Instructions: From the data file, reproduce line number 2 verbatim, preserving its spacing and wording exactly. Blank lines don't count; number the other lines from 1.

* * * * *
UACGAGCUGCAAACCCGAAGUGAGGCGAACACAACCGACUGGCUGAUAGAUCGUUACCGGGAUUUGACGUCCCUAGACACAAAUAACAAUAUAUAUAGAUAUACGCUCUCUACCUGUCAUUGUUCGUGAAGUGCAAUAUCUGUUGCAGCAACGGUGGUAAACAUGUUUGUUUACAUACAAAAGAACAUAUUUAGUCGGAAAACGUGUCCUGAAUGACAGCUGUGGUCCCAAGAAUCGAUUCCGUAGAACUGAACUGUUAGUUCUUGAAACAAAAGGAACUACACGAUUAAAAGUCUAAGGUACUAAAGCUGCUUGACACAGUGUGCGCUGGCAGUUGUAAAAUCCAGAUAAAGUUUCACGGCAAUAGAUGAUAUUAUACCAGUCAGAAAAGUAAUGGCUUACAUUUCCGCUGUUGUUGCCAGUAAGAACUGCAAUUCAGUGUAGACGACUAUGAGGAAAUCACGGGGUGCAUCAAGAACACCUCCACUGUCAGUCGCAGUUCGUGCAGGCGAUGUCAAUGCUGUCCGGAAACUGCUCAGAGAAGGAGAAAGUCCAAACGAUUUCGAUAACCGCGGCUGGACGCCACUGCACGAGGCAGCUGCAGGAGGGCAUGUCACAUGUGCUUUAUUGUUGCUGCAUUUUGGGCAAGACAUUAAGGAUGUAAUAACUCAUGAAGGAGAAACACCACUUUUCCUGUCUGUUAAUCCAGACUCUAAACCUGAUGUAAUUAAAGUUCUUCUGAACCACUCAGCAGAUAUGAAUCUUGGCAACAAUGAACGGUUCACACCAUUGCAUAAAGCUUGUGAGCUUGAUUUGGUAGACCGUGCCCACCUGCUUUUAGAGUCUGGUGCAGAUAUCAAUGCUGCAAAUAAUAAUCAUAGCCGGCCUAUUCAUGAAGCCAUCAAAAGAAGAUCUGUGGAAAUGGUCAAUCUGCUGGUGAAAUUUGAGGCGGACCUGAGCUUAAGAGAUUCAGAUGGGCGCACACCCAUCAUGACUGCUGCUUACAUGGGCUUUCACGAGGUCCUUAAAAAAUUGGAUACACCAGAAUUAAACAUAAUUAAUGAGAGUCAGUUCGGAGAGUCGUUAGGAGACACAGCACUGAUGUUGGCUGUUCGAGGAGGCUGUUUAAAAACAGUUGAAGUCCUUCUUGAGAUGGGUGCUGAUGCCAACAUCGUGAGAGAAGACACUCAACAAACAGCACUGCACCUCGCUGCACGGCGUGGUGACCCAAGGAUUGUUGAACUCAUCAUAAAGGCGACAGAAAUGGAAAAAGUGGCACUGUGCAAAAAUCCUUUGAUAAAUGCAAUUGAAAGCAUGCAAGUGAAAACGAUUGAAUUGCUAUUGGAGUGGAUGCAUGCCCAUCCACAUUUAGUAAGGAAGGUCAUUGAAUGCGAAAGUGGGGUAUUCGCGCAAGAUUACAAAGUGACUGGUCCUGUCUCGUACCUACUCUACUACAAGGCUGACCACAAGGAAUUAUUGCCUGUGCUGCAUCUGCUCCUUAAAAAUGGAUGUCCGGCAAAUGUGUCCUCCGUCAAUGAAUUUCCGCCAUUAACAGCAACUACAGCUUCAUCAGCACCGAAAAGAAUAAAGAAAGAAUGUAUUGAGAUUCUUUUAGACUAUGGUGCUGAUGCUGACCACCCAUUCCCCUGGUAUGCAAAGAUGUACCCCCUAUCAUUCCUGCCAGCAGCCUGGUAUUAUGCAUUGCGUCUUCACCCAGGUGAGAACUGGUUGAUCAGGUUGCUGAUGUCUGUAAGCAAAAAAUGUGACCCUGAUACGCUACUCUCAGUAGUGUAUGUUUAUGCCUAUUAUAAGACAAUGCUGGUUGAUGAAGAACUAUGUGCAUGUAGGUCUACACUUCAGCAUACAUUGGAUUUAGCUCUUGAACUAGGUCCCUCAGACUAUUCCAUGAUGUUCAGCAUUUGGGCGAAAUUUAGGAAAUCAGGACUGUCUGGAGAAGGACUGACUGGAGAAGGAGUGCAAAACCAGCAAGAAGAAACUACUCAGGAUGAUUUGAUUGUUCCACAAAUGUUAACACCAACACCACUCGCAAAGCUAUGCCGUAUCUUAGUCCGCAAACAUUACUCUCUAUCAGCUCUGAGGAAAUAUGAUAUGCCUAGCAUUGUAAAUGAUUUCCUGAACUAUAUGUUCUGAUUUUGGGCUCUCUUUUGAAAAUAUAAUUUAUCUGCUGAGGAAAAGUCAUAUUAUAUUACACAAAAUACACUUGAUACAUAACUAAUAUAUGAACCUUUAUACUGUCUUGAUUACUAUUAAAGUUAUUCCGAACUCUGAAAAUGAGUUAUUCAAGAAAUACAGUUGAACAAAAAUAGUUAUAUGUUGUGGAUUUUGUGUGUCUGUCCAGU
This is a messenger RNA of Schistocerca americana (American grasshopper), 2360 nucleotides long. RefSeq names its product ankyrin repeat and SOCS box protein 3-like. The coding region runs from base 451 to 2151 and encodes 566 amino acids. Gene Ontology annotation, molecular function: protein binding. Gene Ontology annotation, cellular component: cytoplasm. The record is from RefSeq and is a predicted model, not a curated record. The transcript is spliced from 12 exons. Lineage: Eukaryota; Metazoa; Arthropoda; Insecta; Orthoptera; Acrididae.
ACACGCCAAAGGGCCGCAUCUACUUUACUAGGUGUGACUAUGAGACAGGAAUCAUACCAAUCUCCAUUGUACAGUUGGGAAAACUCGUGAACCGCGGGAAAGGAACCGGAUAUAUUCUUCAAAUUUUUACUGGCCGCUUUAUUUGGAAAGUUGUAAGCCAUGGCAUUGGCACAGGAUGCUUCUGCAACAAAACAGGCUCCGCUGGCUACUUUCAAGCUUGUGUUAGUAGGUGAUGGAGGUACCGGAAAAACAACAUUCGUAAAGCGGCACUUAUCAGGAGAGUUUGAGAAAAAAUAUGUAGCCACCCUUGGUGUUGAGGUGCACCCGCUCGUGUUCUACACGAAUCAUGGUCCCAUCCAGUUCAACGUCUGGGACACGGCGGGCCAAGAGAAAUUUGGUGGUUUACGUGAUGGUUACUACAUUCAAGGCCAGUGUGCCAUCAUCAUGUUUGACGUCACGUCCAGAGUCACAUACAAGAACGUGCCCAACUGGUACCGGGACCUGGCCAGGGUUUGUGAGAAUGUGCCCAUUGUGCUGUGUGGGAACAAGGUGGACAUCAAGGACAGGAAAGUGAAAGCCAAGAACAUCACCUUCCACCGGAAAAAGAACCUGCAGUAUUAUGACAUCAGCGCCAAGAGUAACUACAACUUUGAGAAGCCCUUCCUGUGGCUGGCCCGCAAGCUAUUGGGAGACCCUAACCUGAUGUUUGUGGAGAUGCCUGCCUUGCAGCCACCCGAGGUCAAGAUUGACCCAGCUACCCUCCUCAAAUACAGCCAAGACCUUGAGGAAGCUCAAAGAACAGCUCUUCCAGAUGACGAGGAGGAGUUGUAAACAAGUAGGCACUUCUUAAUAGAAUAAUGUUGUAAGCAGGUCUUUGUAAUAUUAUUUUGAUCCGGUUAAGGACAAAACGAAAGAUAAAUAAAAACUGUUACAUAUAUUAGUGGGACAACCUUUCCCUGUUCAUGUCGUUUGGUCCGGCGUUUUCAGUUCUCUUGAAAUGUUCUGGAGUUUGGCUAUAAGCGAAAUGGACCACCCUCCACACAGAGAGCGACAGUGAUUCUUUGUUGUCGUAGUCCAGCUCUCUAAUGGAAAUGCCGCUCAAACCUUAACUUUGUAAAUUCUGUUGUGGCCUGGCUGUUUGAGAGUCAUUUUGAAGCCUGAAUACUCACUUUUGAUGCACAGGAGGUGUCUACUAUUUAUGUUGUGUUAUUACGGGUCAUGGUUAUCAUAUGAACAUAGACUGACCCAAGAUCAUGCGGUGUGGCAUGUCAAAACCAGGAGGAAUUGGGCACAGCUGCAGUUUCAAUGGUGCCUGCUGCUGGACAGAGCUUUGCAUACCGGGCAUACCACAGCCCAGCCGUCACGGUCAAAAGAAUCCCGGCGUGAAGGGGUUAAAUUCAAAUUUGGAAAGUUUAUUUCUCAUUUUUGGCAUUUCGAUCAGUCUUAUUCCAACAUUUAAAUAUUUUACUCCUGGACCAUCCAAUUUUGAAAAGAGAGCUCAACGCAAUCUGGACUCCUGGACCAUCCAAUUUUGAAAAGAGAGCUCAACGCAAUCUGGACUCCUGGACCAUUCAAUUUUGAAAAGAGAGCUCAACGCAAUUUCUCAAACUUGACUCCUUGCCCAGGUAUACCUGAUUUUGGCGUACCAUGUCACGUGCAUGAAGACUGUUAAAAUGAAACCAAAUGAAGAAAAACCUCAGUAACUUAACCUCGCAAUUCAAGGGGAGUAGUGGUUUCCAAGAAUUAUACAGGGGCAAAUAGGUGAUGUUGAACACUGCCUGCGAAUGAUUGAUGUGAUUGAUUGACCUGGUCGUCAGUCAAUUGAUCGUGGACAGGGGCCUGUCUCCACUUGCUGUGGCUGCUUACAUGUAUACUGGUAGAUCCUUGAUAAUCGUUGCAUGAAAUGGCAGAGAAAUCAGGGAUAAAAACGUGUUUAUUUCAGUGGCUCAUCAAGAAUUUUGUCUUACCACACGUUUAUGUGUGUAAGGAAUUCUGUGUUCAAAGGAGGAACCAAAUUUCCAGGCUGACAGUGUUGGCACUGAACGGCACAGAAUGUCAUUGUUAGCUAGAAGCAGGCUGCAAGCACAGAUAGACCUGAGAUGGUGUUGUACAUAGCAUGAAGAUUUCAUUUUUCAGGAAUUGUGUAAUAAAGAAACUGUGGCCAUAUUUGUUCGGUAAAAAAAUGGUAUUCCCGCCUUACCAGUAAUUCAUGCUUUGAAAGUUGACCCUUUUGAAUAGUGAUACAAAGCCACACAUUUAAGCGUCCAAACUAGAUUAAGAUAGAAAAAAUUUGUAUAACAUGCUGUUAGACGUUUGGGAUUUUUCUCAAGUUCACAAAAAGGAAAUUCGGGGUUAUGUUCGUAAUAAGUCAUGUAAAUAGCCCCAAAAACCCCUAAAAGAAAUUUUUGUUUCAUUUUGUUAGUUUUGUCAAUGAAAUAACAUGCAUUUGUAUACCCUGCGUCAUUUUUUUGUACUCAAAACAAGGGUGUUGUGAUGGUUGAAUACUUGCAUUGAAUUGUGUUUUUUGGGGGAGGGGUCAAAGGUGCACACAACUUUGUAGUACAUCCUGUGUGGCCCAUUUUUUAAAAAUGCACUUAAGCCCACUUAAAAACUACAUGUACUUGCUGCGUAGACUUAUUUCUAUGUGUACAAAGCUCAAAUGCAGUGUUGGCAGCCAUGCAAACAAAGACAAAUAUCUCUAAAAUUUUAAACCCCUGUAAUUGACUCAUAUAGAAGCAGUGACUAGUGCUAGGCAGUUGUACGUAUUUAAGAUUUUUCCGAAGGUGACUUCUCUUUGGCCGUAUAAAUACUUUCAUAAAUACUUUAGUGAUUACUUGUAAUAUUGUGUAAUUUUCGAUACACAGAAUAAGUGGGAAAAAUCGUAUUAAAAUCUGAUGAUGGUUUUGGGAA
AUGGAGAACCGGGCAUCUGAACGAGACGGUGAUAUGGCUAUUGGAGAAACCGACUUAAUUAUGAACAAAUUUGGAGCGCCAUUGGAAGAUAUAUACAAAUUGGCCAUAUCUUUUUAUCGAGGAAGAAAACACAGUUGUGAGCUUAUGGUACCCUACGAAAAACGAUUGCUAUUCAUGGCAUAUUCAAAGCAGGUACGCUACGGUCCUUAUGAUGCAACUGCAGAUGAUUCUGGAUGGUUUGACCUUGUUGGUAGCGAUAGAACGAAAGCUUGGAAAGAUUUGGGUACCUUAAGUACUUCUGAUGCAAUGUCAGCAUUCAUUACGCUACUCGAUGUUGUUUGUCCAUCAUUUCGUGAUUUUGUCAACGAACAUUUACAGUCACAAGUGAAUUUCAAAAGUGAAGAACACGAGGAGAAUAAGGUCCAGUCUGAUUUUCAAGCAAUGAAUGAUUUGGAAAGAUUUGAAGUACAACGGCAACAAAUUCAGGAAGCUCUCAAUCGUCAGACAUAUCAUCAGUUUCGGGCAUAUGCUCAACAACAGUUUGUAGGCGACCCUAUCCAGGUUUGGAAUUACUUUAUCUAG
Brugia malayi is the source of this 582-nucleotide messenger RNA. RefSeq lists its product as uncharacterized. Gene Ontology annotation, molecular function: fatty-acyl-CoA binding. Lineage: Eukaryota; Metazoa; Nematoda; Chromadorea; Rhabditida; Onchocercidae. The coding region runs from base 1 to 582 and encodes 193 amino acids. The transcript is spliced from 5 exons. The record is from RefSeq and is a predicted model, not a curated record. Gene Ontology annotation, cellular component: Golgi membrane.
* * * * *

This is a messenger RNA of Schistocerca americana (American grasshopper), 2360 nucleotides long. RefSeq names its product ankyrin repeat and SOCS box protein 3-like. The coding region runs from base 451 to 2151 and encodes 566 amino acids. Gene Ontology annotation, molecular function: protein binding. Gene Ontology annotation, cellular component: cytoplasm. The record is from RefSeq and is a predicted model, not a curated record. The transcript is spliced from 12 exons. Lineage: Eukaryota; Metazoa; Arthropoda; Insecta; Orthoptera; Acrididae.